Kenyan fishermen fight for livelihoods as Lamu port nears completion

The construction of a Chinese-built port has led to legal action and conflict among fishing communities over compensation

A dredging ship at a Chinese port in Kenya

Chinese dredger ship “Tianji” at the Chinese-built port on Lamu island, Kenya. (Image: Alamy)

 

 

 

At a police station on Lamu Island in Kenya, 47-year-old Somo Mohamed Somo is nursing his injuries.

The chairman of the Beach Management Unit, a local group representing Lamu’s fishermen, Somo has come to lodge a complaint. He says his attacker unfairly accused him of pocketing money meant to compensate fishermen hit by dredging for a new 32-berth port.

The Lamu port is being funded by the Development Bank of South Africa and built by the China Communications Construction Company. It is meant to ease congestion at Mombasa, more than 300 kilometres south, and better connect Kenya to its landlocked northern neighbours, Ethiopia and South Sudan.

Construction having begun in 2012, the first ship is expected to dock there in November 2019, according to Silvester Kasuku, chair of the Lamu-South Sudan-Ethiopia Transport Corridor (LAPSSET) development authority.

The case for compensation

In 2017, Somo testified at a hearing in the Malindi high court. He said that dredging for the port was violating the Lamu community’s cultural, fishing and health rights.

The petitioners also argued they were entitled to financial relief as their right to information and to be involved in the planning process had been violated.

Somo acted as the communication link between the fishermen and their lawyers.

A view of Lamu Island, a Unesco world heritage site (Image: Janet Njunge)
A view of Lamu Island, a Unesco world heritage site (Image: Janet Njunge)

The court battle had been running for six years when, last year, the fishermen were awarded US$17 million in compensation, to be shared between them.

“The evidence tendered in this case is that more than 4,600 fishermen will be affected by the LAPSSET project,” the court ruled in 2018. “Murky waters due to [the] effects of dredging… and the destruction of the coral reefs and mangrove forests, have already affected the population and location of the fish.”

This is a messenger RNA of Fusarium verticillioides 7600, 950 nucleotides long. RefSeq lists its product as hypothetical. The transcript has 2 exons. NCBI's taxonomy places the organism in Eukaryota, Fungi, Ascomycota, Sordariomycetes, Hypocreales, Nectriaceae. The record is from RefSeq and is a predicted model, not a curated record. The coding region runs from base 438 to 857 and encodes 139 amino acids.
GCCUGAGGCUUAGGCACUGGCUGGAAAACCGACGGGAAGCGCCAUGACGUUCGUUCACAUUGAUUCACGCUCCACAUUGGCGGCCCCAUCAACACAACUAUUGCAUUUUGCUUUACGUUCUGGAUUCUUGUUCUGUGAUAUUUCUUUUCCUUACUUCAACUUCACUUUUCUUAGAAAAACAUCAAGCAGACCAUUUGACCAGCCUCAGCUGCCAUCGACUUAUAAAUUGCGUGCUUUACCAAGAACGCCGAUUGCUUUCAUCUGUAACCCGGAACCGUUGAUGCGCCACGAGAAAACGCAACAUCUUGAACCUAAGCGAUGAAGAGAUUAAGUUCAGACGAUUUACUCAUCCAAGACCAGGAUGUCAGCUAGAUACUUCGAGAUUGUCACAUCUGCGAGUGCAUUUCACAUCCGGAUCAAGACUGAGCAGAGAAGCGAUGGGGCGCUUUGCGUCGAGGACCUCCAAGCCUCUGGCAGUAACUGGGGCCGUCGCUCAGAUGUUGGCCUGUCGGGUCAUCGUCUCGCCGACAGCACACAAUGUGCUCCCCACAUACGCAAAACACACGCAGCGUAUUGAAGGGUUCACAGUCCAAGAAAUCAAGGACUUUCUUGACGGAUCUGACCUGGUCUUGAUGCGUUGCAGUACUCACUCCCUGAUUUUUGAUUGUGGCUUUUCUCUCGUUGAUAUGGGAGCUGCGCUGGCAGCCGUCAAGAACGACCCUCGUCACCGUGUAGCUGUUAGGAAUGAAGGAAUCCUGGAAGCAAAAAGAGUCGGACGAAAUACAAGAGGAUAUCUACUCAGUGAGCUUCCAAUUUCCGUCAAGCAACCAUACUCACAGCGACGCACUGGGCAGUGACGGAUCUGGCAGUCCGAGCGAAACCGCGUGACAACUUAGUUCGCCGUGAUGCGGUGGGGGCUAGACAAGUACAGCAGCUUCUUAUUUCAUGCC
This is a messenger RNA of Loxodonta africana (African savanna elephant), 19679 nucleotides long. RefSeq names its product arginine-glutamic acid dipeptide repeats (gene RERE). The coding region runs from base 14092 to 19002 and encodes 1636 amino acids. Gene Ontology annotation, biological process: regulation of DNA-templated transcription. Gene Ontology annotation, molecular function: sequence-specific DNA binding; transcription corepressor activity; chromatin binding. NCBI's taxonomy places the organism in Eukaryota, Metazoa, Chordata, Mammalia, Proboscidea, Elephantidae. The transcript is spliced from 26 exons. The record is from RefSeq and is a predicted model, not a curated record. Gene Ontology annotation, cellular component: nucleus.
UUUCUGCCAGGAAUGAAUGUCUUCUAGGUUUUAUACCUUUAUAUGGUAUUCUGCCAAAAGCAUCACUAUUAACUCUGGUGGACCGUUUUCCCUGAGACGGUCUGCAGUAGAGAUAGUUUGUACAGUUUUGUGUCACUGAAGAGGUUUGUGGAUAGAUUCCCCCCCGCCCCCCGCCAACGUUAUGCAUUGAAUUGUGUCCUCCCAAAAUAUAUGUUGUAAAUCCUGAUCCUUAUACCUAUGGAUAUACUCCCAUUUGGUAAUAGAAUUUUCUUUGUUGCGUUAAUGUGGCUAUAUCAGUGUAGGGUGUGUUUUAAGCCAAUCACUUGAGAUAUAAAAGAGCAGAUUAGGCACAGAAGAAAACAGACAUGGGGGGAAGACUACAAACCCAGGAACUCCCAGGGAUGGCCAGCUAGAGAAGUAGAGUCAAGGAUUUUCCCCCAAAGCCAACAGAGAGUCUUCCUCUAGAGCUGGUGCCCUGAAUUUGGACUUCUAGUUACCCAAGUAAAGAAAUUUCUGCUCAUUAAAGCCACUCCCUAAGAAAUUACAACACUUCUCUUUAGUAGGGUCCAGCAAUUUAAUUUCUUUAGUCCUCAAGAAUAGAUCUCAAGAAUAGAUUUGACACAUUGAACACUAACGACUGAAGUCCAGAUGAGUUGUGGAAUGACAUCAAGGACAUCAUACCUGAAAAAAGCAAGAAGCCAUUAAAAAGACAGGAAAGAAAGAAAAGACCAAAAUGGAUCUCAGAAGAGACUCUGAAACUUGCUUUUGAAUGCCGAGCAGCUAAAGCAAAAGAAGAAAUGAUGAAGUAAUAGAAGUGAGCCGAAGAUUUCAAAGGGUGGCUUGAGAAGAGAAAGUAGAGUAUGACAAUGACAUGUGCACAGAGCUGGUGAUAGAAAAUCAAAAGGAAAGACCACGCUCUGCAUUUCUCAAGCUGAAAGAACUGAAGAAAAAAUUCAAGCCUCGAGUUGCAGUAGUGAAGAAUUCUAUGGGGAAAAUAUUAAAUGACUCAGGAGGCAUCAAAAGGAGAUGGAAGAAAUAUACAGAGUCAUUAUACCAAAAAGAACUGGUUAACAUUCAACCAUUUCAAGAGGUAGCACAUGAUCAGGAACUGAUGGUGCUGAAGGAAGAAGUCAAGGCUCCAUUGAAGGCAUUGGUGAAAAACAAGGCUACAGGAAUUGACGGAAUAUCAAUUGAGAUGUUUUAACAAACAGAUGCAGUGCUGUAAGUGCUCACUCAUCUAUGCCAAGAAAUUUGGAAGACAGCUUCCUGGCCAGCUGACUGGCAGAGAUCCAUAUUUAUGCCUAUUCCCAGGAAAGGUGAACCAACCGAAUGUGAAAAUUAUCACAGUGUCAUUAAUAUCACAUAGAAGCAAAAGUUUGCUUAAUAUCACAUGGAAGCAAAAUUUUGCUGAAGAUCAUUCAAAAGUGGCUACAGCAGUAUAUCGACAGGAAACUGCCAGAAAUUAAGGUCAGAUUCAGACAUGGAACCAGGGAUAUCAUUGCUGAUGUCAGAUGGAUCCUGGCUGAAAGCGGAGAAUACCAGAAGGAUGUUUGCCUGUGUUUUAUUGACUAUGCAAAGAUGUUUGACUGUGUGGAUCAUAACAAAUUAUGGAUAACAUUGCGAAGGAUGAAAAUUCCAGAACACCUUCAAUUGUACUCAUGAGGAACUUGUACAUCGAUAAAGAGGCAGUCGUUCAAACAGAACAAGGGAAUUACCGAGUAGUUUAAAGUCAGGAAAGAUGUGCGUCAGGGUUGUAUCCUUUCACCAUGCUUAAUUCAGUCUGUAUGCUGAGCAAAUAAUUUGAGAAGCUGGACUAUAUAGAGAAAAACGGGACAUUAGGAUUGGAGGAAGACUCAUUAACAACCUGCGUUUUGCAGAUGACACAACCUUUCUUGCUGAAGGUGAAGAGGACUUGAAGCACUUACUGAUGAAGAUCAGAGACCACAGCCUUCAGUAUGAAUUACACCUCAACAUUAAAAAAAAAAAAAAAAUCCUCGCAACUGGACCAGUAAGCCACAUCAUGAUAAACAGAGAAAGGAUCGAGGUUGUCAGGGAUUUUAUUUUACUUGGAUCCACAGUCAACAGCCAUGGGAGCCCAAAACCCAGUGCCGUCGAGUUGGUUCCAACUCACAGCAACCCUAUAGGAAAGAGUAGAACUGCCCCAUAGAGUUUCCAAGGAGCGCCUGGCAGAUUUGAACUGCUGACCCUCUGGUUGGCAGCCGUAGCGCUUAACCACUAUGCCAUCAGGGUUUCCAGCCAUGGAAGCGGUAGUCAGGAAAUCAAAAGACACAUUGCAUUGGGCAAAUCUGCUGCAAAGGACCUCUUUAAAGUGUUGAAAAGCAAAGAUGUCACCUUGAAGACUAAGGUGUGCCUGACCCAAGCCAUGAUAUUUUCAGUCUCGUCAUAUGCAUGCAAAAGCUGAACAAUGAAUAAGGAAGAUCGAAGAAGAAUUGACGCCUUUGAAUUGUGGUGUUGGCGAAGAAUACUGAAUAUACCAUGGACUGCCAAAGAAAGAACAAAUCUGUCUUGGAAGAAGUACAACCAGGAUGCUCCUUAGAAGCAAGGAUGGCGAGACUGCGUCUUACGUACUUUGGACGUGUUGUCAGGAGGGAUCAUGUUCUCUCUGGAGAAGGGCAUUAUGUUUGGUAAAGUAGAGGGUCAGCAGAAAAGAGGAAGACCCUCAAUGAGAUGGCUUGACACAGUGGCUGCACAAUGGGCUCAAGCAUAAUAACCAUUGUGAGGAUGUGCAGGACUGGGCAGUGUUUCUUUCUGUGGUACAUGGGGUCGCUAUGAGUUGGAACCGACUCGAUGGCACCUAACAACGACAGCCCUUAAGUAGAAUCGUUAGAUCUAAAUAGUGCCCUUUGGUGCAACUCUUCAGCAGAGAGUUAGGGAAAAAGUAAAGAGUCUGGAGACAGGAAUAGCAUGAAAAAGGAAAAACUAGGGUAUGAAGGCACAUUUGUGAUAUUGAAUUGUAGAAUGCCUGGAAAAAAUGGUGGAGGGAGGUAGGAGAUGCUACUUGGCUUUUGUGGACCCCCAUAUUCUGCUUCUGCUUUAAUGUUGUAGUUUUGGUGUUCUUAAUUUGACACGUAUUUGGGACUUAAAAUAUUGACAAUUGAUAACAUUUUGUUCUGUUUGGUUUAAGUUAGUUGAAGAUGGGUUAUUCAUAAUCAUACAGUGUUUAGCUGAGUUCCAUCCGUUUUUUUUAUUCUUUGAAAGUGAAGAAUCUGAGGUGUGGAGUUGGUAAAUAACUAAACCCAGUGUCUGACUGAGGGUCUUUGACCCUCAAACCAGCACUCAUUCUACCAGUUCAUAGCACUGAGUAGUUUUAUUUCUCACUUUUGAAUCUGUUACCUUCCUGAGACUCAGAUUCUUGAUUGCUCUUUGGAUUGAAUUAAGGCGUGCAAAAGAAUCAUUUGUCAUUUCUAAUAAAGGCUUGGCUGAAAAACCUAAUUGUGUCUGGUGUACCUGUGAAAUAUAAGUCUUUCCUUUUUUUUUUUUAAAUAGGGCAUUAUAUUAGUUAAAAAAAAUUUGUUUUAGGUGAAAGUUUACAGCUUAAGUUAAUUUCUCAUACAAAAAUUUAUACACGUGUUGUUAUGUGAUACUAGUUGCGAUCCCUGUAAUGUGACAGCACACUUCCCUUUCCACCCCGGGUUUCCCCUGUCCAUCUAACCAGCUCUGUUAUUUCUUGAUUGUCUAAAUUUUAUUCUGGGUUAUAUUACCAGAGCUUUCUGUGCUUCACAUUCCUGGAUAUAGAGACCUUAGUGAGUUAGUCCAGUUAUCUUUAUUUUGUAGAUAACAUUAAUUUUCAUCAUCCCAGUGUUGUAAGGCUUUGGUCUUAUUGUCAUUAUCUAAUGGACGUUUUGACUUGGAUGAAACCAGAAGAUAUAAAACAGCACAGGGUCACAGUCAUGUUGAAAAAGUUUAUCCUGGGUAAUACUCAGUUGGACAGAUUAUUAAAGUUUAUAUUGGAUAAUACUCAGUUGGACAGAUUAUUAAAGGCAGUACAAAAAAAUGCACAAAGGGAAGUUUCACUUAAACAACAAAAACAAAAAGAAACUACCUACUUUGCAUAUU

The money was supposed to cater for the purchase of boats and engines capable of fishing in the deep sea, the development of new fish landing sites, training, cooling services and a loan scheme.

The payment was supposed to be made within a year, but six months later, after the Kenya Ports Authority had appealed the ruling, the Kenyan court of appeal suspended the compensation and court proceedings.

The suspension has pitted Somo against some of the people he represents. “Most fishermen had put April 2019 as the deadline when they were supposed to have been compensated. Now a section of them are already threatening me, claiming I was bribed and colluded with the lawyers to siphon the money meant for their compensation,” Somo said.

Although ocean fishing only accounts for around 7% of fish caught in the wild in Kenya each year (the rest comes from rivers and lakes) it is of special importance to Lamu county. There are more than 20 fish landing sites there, some used by as many as 300 fishermen.

Fish from the deep sea and China

If Lamu fishermen must increasingly go out to deeper waters, what will they find when they get there? Deep-sea fishing was dominated by foreign fishing trawlers until 2017, when President Uhuru Kenyatta cancelled their licences. Last year, the coastguard authority launched an operation to fight illegal fishing, a practice which costs Kenya $100 million a year according to the Kenya Institute of Policy Research Analysis.

In May, coastguards detained two Chinese vessels fishing in Kenyan waters, before later claiming they were licensed correctly.